Well I'm building a 17 54 baker drift boat. So far I've got a pallet of expensive ply wood and one scarf cut

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also mocked up some knee locks before cutting into the big chunk of walnut I picked up

With the angle of the braces you are showing here your Angler up front will be resting his legs on the bottom angle of the brace instead of the side.
Yeah they'll get a bevel once I decide on final placement. This was just a pattern cut out of 1/2 inch material to decide what thickness and overall dimensions were necessary

been fishing and not finishing the boat

Thanks to davids advice I got my fly deck finished

heres where I stand, foot pedal is finally in

fly deck I hope will support some weight, 14 oz biax and three hardwood battens

Turns out the deck is strong enough to hold a 200 lber no problem. I did add an additional cleat for it on the stem

Still working on the boat, but fishing more.  Had my first big rock hit saturday. Boat came out fine without a mark.  That 20 oz triaxial bottom does the trick.  Finishing up my knee locks but figured I'd make my knee board look fancy in the meantime.  Fly deck feels like it could support me, but I'm too chicken to try

I've begun building my side trays and am kinda stumped on some things. 

1) Should a hardwood be used for the seat rails or is it ok to use douglas fir or in my case cypress?

2) All the pictures show square edged rails.  Is there any concern with doing a roundover?  maybe a 1/8'' where the seat will contact the rail, and 1/4'' everywhere else?

If by rails you mean the lumber that attaches to each side of the boat on the ribs and holds or supports the seat? The old kits used Port Orford Cedar in many cases. Bear Creek Lumber, here in Washington State shared this information on their web page. POC is a member of the cypress family and as stated below is a durable wood. I know it works fine in my boat and I am not a lightweight. The load is also shared by four ribs where they connect to the sides which in turn shares the load with the sides and the gunnels and is, therefore, part of a load bearing structure.

Rounding the edge or breaking the edge on the ribs, the gunnels, etc reduces the chance of slivers and allows the finish to adhere a bit better and is also recommended in the Greg Tatman instructions is very appropriate. Keep up the good work.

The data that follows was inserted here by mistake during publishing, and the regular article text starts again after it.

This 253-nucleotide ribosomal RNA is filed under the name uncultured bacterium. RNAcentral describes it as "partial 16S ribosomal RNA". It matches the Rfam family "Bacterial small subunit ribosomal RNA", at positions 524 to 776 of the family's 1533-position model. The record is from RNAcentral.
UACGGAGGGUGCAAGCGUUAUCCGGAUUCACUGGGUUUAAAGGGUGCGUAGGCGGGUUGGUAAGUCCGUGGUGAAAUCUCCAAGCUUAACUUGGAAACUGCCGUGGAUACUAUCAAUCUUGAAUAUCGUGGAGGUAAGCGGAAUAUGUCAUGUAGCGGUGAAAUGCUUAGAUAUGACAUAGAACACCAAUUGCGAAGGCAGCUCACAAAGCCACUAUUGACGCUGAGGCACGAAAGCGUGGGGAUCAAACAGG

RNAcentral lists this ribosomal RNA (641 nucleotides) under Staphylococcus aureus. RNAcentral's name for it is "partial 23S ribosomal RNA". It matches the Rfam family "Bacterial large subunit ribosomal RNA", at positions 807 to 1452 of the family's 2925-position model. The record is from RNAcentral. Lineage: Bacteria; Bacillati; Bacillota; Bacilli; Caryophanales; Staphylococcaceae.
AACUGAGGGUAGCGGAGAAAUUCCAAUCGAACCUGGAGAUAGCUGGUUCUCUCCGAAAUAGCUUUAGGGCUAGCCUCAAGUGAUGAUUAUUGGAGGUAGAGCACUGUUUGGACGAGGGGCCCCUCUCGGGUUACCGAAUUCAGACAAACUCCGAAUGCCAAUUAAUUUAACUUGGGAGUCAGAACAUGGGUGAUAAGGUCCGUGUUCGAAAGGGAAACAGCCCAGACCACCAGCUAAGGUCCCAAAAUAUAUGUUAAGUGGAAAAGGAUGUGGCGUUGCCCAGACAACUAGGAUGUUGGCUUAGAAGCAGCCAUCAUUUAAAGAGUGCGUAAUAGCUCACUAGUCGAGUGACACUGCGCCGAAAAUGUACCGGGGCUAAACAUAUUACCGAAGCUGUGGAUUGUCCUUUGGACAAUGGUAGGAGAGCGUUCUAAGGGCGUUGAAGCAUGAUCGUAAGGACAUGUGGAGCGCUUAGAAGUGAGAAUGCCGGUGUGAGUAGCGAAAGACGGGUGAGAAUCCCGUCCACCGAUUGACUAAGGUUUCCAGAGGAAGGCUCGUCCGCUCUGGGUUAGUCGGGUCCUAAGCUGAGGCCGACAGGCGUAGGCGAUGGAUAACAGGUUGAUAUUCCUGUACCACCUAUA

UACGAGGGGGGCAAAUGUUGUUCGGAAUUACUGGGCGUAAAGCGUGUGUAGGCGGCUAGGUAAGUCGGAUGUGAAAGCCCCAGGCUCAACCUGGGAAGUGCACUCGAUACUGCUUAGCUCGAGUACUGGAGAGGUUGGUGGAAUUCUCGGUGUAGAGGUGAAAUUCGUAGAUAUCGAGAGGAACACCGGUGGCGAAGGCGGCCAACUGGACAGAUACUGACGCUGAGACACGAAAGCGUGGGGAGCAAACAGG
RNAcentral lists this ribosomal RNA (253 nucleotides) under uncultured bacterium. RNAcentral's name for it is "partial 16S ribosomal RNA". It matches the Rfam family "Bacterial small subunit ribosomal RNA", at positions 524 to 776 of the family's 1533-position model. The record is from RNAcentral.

Port Orford Cedar

Scientific Name: Chamaecyparis lawsoniana

exterior paneling detailOther common names: Hinoki, pacific white cypress, oregon cypress, pacific white cedar. Originally grown only in southern Oregon and Northern California, Port Orford is a truly unique cedar species. Like all cedars, it is a member of the cypress family. It is a particularly hard and strong cedar, with the same natural durability as other types of cedar when it comes to weather, rot, and insects.

Port Orford Cedar has earned a reputation for strength and decay-resistance. Historically, as the strongest of all the cedar products it has been the preferred wood for Japanese architecture, building boats, railroad ties and fence posts (its heartwood has an in-ground life of 20-25 years by the Oregon State D.O.T.). Strength, durability and natural decay-resistance make POC the ideal wood for timber structures renown for its beauty and structural integrity, useful for both indoor and outdoor uses. POC is a light colored wood, allowing it to stain uniformly. It´s fine texture, straight grain, and pleasant, sweet-spicy scent, makes it an excellent choice for woodwork. Decking made from POC is not only strong, it´s safe for children. Its texture remains smooth with no raised grain or splintering, and its durability makes it ideal for use in high-traffic outdoor sites. (http://www.bearcreeklumber.com/species/portorcedar.html)

Rick Newman

Thanks Rick I'm just baseing my idea around Jason's pram because those are the most clear pictures I can find. Everything else in the boat is rounded over but in all the pram pictures I've seen the seat rail is always square. Didn't know if there was a reason. I just see it splitting when someone clumsily steps into the boat. Also my question about wood. I figured maybe people use white oak or ash and keep the edge sharp. I've got everything mocked up. Just have to cut my final pieces. I plan on epoxying it all together so the whole tray can be bolted in and unbolted out. But once I do that replacing the rail is a whole lot more expensive. Just trying to cover my ass. I picked up some cypress yesterday and once I got it home I realized it was trash. 45 bucks down the drain. Have had too many of those moments on this boat. It's the home stretch though. It's already a fishing machine. Just trying to polish it a little bit.

There are always many learning opportunities presented when building a drift boat. Sad to hear about the poor quality wood.


Hahaha oh yes there are! The good news is since I bought select grade and this stuff has some flaws that definitely disqualify it from that category I can get my money back.  Home stretch, finding two perfect 9'6'' cypress boards is tough but doable


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